2019 Infiniti QX50

Infiniti’s latest QX50 was praised for its edginess and use of multiple colors from the brown and blue Ultrasuede on the headliner and center armrest to the semi-aniline leather upholstery matched with brown stitching. The open-pore wood trim in the QX50 also impressed because it harmonizes well with the tri-colored interior. We too found a lot to like about the QX50’s interior, noting that the design and materials are exceptional for the class.

2018 Kia Stinger

The Stinger GT earned Kia its fifth placement on the Wards 10 Best Interiors list thanks to its build quality, user-friendly multimedia system, high-quality materials, and comfortable seats all around. Wards editors also noted that the Kia Stinger GT combines elegance and sportiness with the available two-tone red and black interior. Given that the Stinger was a finalist in our 2018 Car of the Year program, where many editors praised its cabin, we think this is a solid choice

2018 Lexus LS

Lexus’ flagship sedan, the LS, nabbed a spot on WardsAuto’s 10 Best Interiors for its risky interior design and solid build quality worthy of its price tag. The multi-colored interior schemes with hand-pleated and cut-crystal door trims were praised for showing the creativity and craftsmanship of Toyota’s luxury division. We found the cabin well-built, but thought the design was more than a bit polarizing. We also took issue, as always, with Lexus’ insistence on sticking with the track-pad controller for the infotainment system.

2018 Lincoln Navigator

Thanks to its opulent interior that includes beautiful lacquered wood trim, plastics color-matched to the rest of the cabin, and high-quality leather everywhere, the 2018 Lincoln Navigator wowed the editorial team at WardsAuto. Sync 3, which is the latest infotainment system on Ford and Lincoln vehicles, also impressed with its ease of use and good resolution. We can’t argue that the Navigator’s interior is the best we’ve seen in a long time.

2018 Porsche Panamera Turbo S E-Hybrid

At $201,540, the 2018 Porsche Panamera Turbo S E-Hybrid was the most expensive vehicle on this year’s 10 Best Interiors listThanks to the new center stack design that ditches the sea of buttons, the Panamera’s interior won judges over for its clean, intuitive design, slick-looking aluminum trim, and cool brown leather upholstery.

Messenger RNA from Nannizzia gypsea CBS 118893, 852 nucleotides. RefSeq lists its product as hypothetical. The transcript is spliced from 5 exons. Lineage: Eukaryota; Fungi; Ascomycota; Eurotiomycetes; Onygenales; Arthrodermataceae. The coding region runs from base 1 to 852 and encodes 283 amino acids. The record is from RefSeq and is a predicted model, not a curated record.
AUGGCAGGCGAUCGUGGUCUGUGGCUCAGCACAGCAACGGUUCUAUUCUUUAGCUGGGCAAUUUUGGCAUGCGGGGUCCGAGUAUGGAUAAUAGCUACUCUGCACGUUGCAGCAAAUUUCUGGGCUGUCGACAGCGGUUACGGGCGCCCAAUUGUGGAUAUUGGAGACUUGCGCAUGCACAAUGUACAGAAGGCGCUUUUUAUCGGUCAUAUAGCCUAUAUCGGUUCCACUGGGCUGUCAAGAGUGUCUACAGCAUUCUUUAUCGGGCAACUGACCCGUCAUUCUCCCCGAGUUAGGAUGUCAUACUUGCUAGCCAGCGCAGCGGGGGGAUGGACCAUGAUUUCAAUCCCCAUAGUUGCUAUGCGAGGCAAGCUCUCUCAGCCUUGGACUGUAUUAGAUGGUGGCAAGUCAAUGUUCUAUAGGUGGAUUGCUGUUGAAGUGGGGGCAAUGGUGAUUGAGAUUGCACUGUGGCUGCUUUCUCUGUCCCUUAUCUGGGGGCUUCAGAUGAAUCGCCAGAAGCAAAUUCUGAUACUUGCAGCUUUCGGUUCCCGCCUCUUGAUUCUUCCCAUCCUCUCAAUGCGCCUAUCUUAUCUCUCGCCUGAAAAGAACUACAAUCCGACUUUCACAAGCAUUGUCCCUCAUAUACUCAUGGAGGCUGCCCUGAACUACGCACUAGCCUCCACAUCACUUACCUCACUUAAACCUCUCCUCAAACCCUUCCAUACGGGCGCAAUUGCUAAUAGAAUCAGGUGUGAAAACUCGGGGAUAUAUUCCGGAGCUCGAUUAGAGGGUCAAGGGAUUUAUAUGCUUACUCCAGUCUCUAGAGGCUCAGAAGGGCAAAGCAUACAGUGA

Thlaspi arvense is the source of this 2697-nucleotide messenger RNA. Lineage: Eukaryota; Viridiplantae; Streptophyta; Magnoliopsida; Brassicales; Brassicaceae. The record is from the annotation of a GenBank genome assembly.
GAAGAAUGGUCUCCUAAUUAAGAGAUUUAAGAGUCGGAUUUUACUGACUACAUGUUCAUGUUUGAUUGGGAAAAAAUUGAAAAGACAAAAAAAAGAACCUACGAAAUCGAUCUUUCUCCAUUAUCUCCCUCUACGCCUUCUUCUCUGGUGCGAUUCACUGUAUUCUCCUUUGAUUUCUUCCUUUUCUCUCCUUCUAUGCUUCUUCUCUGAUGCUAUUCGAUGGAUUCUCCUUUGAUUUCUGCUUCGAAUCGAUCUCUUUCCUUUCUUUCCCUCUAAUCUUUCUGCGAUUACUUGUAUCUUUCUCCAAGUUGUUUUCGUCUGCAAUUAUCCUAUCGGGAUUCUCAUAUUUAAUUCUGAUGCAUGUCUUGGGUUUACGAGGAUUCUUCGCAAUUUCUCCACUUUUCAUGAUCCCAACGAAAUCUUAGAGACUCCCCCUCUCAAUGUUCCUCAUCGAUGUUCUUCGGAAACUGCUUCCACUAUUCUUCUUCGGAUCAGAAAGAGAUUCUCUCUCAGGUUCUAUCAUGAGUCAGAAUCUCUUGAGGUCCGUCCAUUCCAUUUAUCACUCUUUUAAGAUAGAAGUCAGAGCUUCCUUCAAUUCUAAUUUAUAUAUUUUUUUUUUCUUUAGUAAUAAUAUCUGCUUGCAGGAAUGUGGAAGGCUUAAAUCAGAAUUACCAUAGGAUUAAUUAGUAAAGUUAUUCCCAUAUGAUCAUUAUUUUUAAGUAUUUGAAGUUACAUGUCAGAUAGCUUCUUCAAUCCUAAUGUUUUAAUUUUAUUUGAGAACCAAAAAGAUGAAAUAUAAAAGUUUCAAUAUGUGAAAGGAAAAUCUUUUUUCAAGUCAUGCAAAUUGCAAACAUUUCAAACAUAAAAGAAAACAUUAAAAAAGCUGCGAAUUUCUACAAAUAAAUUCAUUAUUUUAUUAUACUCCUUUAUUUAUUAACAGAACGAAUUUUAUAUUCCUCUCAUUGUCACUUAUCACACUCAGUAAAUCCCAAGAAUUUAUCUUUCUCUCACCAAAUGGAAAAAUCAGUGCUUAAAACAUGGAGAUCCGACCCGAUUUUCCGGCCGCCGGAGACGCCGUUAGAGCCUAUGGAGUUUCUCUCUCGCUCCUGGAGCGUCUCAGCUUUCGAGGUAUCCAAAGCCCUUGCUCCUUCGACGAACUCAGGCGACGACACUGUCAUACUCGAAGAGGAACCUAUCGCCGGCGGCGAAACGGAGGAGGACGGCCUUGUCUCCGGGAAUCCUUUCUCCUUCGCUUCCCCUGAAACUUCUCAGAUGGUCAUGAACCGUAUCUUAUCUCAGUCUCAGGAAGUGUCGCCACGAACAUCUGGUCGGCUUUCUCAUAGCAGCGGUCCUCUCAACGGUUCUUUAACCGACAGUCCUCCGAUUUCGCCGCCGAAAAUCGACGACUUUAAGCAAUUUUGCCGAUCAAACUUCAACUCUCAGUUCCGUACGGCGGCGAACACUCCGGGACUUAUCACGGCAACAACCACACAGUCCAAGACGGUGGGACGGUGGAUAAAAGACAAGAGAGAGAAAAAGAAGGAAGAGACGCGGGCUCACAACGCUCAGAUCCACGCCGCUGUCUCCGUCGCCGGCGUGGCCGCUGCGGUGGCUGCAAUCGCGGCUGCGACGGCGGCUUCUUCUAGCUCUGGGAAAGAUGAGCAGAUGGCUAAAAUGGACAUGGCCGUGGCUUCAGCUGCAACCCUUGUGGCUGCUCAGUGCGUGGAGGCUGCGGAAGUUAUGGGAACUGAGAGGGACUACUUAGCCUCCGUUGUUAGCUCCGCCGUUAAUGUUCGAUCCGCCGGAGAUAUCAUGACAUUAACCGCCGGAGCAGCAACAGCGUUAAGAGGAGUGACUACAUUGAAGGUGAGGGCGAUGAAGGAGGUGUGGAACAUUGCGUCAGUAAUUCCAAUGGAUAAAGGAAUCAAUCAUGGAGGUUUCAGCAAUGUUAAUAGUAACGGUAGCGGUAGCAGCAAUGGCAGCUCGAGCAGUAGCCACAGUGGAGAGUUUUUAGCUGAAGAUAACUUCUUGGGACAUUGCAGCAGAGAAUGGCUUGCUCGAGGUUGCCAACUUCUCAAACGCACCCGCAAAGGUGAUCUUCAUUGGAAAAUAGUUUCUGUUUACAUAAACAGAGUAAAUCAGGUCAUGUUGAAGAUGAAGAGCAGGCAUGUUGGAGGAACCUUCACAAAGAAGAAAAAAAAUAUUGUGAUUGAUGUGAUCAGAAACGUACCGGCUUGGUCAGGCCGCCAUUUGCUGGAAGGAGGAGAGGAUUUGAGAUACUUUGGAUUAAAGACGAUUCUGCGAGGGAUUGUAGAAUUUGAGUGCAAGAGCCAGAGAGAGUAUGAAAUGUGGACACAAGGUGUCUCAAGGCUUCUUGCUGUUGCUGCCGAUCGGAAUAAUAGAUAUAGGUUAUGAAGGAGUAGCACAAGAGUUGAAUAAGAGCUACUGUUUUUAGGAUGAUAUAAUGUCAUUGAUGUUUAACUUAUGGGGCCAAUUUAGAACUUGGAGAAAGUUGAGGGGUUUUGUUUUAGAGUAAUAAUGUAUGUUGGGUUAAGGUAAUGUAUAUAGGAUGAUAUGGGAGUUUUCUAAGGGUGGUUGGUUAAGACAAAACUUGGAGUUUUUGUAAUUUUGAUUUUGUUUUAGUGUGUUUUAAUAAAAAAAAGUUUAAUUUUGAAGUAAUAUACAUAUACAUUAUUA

2019 Ram 1500

WardsAuto editors were impressed with the 2019 Ram 1500‘s interior design and build quality, especially in the Limited trim’s available Indigo and Frost two-tone interior. The latest version of FCA’s UConnect infotainment system with the 12.0-inch touchscreen also won points for its boldness and user-friendliness. Based on our experiences so far with the 2019 Ram, we tend to agree.

2018 Land Rover Range Rover Velar

The white and black two-tone interior in the Land Rover Range Rover Velar, with its triangle-shaped perforations, exudes luxury. Editors noted that the fit and finish is solid and that the minimalist center stack gives the cabin a serene feel when you’re in it. In our First Drive, we said, “The Velar is positioned above the Evoque and below the Sport in the Range Rover lineup, but it challenges all, including the flagship, when it comes to interior execution.”

2018 Toyota Camry

The 2018 Toyota Camry‘s red leather upholstery coupled with black and silver accents has given the car a much needed upgrade. Additionally, the center stack’s asymmetrical design gives the Camry’s interior a modern look especially with its grooved buttons. We felt the 2018 Camry’s interior marked a huge step forward from the previous model, but found quality to be inconsistent. Some materials definitely look and feel better than before, but others still feel cheap. In a comparison test between the 2018 Camry and the 2018 Honda Accord, we gave the interior edge to the Accord, a car that blurs the line between mainstream and luxury in certain trims.

The post WardsAuto Picks its 10 Best Interiors of 2018 appeared first on Motor Trend.

Categories: The Top Zones